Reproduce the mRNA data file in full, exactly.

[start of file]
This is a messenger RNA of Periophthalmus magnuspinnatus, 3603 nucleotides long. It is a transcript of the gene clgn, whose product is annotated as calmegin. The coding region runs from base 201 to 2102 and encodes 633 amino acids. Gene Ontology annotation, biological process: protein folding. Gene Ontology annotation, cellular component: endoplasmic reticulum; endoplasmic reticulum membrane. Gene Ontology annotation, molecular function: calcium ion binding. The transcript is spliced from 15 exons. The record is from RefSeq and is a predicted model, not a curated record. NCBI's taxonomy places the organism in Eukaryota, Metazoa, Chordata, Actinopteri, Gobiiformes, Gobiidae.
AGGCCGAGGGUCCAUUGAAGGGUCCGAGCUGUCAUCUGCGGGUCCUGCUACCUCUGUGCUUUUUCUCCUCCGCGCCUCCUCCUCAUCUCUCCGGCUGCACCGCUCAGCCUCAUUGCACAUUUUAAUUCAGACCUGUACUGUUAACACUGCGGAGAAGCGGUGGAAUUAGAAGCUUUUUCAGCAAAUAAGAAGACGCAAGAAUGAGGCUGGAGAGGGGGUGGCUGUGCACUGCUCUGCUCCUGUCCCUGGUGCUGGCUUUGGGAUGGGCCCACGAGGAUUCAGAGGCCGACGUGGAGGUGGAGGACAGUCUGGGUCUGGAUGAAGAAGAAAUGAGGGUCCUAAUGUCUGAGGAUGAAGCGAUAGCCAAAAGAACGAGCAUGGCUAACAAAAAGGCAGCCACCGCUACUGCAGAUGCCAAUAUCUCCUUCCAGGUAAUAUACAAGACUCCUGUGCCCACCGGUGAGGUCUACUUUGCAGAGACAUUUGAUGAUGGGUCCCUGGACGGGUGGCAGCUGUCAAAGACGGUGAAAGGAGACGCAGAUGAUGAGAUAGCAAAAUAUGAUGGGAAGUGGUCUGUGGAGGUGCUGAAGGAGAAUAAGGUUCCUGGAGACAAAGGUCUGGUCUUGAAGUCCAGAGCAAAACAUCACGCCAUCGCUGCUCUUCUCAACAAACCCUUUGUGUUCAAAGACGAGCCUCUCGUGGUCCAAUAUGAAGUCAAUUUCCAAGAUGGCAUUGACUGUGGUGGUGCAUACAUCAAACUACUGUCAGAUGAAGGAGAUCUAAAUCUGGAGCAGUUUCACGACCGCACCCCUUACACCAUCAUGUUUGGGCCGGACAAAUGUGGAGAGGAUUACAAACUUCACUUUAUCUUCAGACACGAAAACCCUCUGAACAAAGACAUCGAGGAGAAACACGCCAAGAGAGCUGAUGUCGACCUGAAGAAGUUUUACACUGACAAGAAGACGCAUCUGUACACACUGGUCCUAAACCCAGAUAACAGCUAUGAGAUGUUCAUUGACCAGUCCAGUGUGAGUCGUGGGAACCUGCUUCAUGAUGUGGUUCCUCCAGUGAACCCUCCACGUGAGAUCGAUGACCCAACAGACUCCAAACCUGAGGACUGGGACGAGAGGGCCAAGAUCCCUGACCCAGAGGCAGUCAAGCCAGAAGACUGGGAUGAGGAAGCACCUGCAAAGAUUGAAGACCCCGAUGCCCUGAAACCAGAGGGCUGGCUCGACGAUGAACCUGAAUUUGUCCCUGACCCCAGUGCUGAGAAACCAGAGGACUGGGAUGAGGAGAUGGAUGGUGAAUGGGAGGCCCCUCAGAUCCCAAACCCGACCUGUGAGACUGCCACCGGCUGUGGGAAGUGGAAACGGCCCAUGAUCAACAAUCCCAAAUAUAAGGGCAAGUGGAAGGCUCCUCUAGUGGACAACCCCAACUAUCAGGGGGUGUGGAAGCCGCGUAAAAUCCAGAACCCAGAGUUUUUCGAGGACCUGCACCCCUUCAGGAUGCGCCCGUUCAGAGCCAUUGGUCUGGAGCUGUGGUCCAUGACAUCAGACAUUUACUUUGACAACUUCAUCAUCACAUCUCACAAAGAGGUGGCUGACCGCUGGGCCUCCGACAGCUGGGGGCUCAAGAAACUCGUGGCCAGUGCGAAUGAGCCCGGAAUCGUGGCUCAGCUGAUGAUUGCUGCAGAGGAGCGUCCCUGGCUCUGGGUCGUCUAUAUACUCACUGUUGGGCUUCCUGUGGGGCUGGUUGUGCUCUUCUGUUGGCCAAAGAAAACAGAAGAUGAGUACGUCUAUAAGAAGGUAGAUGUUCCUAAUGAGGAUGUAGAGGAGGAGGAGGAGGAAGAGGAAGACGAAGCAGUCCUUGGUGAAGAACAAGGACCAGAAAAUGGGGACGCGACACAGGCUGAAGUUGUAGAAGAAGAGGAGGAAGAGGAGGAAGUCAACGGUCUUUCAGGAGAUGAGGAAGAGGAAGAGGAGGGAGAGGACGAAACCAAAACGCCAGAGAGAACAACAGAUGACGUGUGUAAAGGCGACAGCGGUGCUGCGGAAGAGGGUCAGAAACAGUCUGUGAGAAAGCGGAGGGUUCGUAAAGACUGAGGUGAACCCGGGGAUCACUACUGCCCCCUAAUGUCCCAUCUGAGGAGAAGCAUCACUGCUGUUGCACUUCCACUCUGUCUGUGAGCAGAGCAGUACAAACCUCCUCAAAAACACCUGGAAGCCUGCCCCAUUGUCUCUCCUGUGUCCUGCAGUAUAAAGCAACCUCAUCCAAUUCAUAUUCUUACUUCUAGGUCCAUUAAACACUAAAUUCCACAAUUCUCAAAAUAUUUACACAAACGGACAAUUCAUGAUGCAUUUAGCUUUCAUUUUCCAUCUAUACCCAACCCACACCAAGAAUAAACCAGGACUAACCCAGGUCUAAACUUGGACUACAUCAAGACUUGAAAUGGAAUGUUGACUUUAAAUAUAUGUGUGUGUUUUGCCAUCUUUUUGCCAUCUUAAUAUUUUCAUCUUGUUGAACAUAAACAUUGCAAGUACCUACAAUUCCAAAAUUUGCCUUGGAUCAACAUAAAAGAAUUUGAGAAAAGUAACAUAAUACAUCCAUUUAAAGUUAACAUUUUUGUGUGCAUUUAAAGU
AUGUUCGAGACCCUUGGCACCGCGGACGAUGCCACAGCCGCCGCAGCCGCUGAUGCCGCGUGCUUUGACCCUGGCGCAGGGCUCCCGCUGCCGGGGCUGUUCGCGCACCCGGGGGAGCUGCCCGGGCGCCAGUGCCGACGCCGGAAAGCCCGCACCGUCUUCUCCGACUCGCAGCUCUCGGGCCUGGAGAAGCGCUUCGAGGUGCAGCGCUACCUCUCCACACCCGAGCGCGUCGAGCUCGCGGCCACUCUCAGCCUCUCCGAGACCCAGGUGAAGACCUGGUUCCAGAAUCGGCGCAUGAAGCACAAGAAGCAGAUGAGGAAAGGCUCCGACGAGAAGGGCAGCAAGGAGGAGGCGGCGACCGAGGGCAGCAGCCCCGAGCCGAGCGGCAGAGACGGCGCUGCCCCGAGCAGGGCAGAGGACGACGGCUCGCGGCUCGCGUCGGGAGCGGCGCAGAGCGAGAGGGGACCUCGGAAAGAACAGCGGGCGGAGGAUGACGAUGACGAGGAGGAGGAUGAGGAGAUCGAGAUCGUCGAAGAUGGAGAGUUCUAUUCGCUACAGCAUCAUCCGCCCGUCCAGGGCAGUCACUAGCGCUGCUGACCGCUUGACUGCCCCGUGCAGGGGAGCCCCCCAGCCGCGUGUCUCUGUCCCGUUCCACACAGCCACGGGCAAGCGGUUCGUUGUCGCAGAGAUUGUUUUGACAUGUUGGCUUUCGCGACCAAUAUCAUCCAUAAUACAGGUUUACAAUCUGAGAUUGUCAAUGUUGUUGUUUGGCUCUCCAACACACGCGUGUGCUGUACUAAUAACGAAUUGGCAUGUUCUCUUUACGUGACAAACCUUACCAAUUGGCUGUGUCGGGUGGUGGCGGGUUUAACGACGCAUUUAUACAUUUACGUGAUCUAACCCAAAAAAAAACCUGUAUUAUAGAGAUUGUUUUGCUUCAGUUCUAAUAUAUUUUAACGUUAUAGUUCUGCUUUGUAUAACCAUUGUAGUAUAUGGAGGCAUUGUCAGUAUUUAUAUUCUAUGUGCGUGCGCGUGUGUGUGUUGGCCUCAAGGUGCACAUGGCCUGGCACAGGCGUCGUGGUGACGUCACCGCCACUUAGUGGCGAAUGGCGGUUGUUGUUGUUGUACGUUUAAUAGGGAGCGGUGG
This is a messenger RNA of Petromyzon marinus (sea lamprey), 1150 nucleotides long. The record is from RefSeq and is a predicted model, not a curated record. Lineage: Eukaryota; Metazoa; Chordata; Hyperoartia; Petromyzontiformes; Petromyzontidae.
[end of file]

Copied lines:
This is a messenger RNA of Periophthalmus magnuspinnatus, 3603 nucleotides long. It is a transcript of the gene clgn, whose product is annotated as calmegin. The coding region runs from base 201 to 2102 and encodes 633 amino acids. Gene Ontology annotation, biological process: protein folding. Gene Ontology annotation, cellular component: endoplasmic reticulum; endoplasmic reticulum membrane. Gene Ontology annotation, molecular function: calcium ion binding. The transcript is spliced from 15 exons. The record is from RefSeq and is a predicted model, not a curated record. NCBI's taxonomy places the organism in Eukaryota, Metazoa, Chordata, Actinopteri, Gobiiformes, Gobiidae.
AGGCCGAGGGUCCAUUGAAGGGUCCGAGCUGUCAUCUGCGGGUCCUGCUACCUCUGUGCUUUUUCUCCUCCGCGCCUCCUCCUCAUCUCUCCGGCUGCACCGCUCAGCCUCAUUGCACAUUUUAAUUCAGACCUGUACUGUUAACACUGCGGAGAAGCGGUGGAAUUAGAAGCUUUUUCAGCAAAUAAGAAGACGCAAGAAUGAGGCUGGAGAGGGGGUGGCUGUGCACUGCUCUGCUCCUGUCCCUGGUGCUGGCUUUGGGAUGGGCCCACGAGGAUUCAGAGGCCGACGUGGAGGUGGAGGACAGUCUGGGUCUGGAUGAAGAAGAAAUGAGGGUCCUAAUGUCUGAGGAUGAAGCGAUAGCCAAAAGAACGAGCAUGGCUAACAAAAAGGCAGCCACCGCUACUGCAGAUGCCAAUAUCUCCUUCCAGGUAAUAUACAAGACUCCUGUGCCCACCGGUGAGGUCUACUUUGCAGAGACAUUUGAUGAUGGGUCCCUGGACGGGUGGCAGCUGUCAAAGACGGUGAAAGGAGACGCAGAUGAUGAGAUAGCAAAAUAUGAUGGGAAGUGGUCUGUGGAGGUGCUGAAGGAGAAUAAGGUUCCUGGAGACAAAGGUCUGGUCUUGAAGUCCAGAGCAAAACAUCACGCCAUCGCUGCUCUUCUCAACAAACCCUUUGUGUUCAAAGACGAGCCUCUCGUGGUCCAAUAUGAAGUCAAUUUCCAAGAUGGCAUUGACUGUGGUGGUGCAUACAUCAAACUACUGUCAGAUGAAGGAGAUCUAAAUCUGGAGCAGUUUCACGACCGCACCCCUUACACCAUCAUGUUUGGGCCGGACAAAUGUGGAGAGGAUUACAAACUUCACUUUAUCUUCAGACACGAAAACCCUCUGAACAAAGACAUCGAGGAGAAACACGCCAAGAGAGCUGAUGUCGACCUGAAGAAGUUUUACACUGACAAGAAGACGCAUCUGUACACACUGGUCCUAAACCCAGAUAACAGCUAUGAGAUGUUCAUUGACCAGUCCAGUGUGAGUCGUGGGAACCUGCUUCAUGAUGUGGUUCCUCCAGUGAACCCUCCACGUGAGAUCGAUGACCCAACAGACUCCAAACCUGAGGACUGGGACGAGAGGGCCAAGAUCCCUGACCCAGAGGCAGUCAAGCCAGAAGACUGGGAUGAGGAAGCACCUGCAAAGAUUGAAGACCCCGAUGCCCUGAAACCAGAGGGCUGGCUCGACGAUGAACCUGAAUUUGUCCCUGACCCCAGUGCUGAGAAACCAGAGGACUGGGAUGAGGAGAUGGAUGGUGAAUGGGAGGCCCCUCAGAUCCCAAACCCGACCUGUGAGACUGCCACCGGCUGUGGGAAGUGGAAACGGCCCAUGAUCAACAAUCCCAAAUAUAAGGGCAAGUGGAAGGCUCCUCUAGUGGACAACCCCAACUAUCAGGGGGUGUGGAAGCCGCGUAAAAUCCAGAACCCAGAGUUUUUCGAGGACCUGCACCCCUUCAGGAUGCGCCCGUUCAGAGCCAUUGGUCUGGAGCUGUGGUCCAUGACAUCAGACAUUUACUUUGACAACUUCAUCAUCACAUCUCACAAAGAGGUGGCUGACCGCUGGGCCUCCGACAGCUGGGGGCUCAAGAAACUCGUGGCCAGUGCGAAUGAGCCCGGAAUCGUGGCUCAGCUGAUGAUUGCUGCAGAGGAGCGUCCCUGGCUCUGGGUCGUCUAUAUACUCACUGUUGGGCUUCCUGUGGGGCUGGUUGUGCUCUUCUGUUGGCCAAAGAAAACAGAAGAUGAGUACGUCUAUAAGAAGGUAGAUGUUCCUAAUGAGGAUGUAGAGGAGGAGGAGGAGGAAGAGGAAGACGAAGCAGUCCUUGGUGAAGAACAAGGACCAGAAAAUGGGGACGCGACACAGGCUGAAGUUGUAGAAGAAGAGGAGGAAGAGGAGGAAGUCAACGGUCUUUCAGGAGAUGAGGAAGAGGAAGAGGAGGGAGAGGACGAAACCAAAACGCCAGAGAGAACAACAGAUGACGUGUGUAAAGGCGACAGCGGUGCUGCGGAAGAGGGUCAGAAACAGUCUGUGAGAAAGCGGAGGGUUCGUAAAGACUGAGGUGAACCCGGGGAUCACUACUGCCCCCUAAUGUCCCAUCUGAGGAGAAGCAUCACUGCUGUUGCACUUCCACUCUGUCUGUGAGCAGAGCAGUACAAACCUCCUCAAAAACACCUGGAAGCCUGCCCCAUUGUCUCUCCUGUGUCCUGCAGUAUAAAGCAACCUCAUCCAAUUCAUAUUCUUACUUCUAGGUCCAUUAAACACUAAAUUCCACAAUUCUCAAAAUAUUUACACAAACGGACAAUUCAUGAUGCAUUUAGCUUUCAUUUUCCAUCUAUACCCAACCCACACCAAGAAUAAACCAGGACUAACCCAGGUCUAAACUUGGACUACAUCAAGACUUGAAAUGGAAUGUUGACUUUAAAUAUAUGUGUGUGUUUUGCCAUCUUUUUGCCAUCUUAAUAUUUUCAUCUUGUUGAACAUAAACAUUGCAAGUACCUACAAUUCCAAAAUUUGCCUUGGAUCAACAUAAAAGAAUUUGAGAAAAGUAACAUAAUACAUCCAUUUAAAGUUAACAUUUUUGUGUGCAUUUAAAGU
AUGUUCGAGACCCUUGGCACCGCGGACGAUGCCACAGCCGCCGCAGCCGCUGAUGCCGCGUGCUUUGACCCUGGCGCAGGGCUCCCGCUGCCGGGGCUGUUCGCGCACCCGGGGGAGCUGCCCGGGCGCCAGUGCCGACGCCGGAAAGCCCGCACCGUCUUCUCCGACUCGCAGCUCUCGGGCCUGGAGAAGCGCUUCGAGGUGCAGCGCUACCUCUCCACACCCGAGCGCGUCGAGCUCGCGGCCACUCUCAGCCUCUCCGAGACCCAGGUGAAGACCUGGUUCCAGAAUCGGCGCAUGAAGCACAAGAAGCAGAUGAGGAAAGGCUCCGACGAGAAGGGCAGCAAGGAGGAGGCGGCGACCGAGGGCAGCAGCCCCGAGCCGAGCGGCAGAGACGGCGCUGCCCCGAGCAGGGCAGAGGACGACGGCUCGCGGCUCGCGUCGGGAGCGGCGCAGAGCGAGAGGGGACCUCGGAAAGAACAGCGGGCGGAGGAUGACGAUGACGAGGAGGAGGAUGAGGAGAUCGAGAUCGUCGAAGAUGGAGAGUUCUAUUCGCUACAGCAUCAUCCGCCCGUCCAGGGCAGUCACUAGCGCUGCUGACCGCUUGACUGCCCCGUGCAGGGGAGCCCCCCAGCCGCGUGUCUCUGUCCCGUUCCACACAGCCACGGGCAAGCGGUUCGUUGUCGCAGAGAUUGUUUUGACAUGUUGGCUUUCGCGACCAAUAUCAUCCAUAAUACAGGUUUACAAUCUGAGAUUGUCAAUGUUGUUGUUUGGCUCUCCAACACACGCGUGUGCUGUACUAAUAACGAAUUGGCAUGUUCUCUUUACGUGACAAACCUUACCAAUUGGCUGUGUCGGGUGGUGGCGGGUUUAACGACGCAUUUAUACAUUUACGUGAUCUAACCCAAAAAAAAACCUGUAUUAUAGAGAUUGUUUUGCUUCAGUUCUAAUAUAUUUUAACGUUAUAGUUCUGCUUUGUAUAACCAUUGUAGUAUAUGGAGGCAUUGUCAGUAUUUAUAUUCUAUGUGCGUGCGCGUGUGUGUGUUGGCCUCAAGGUGCACAUGGCCUGGCACAGGCGUCGUGGUGACGUCACCGCCACUUAGUGGCGAAUGGCGGUUGUUGUUGUUGUACGUUUAAUAGGGAGCGGUGG
This is a messenger RNA of Petromyzon marinus (sea lamprey), 1150 nucleotides long. The record is from RefSeq and is a predicted model, not a curated record. Lineage: Eukaryota; Metazoa; Chordata; Hyperoartia; Petromyzontiformes; Petromyzontidae.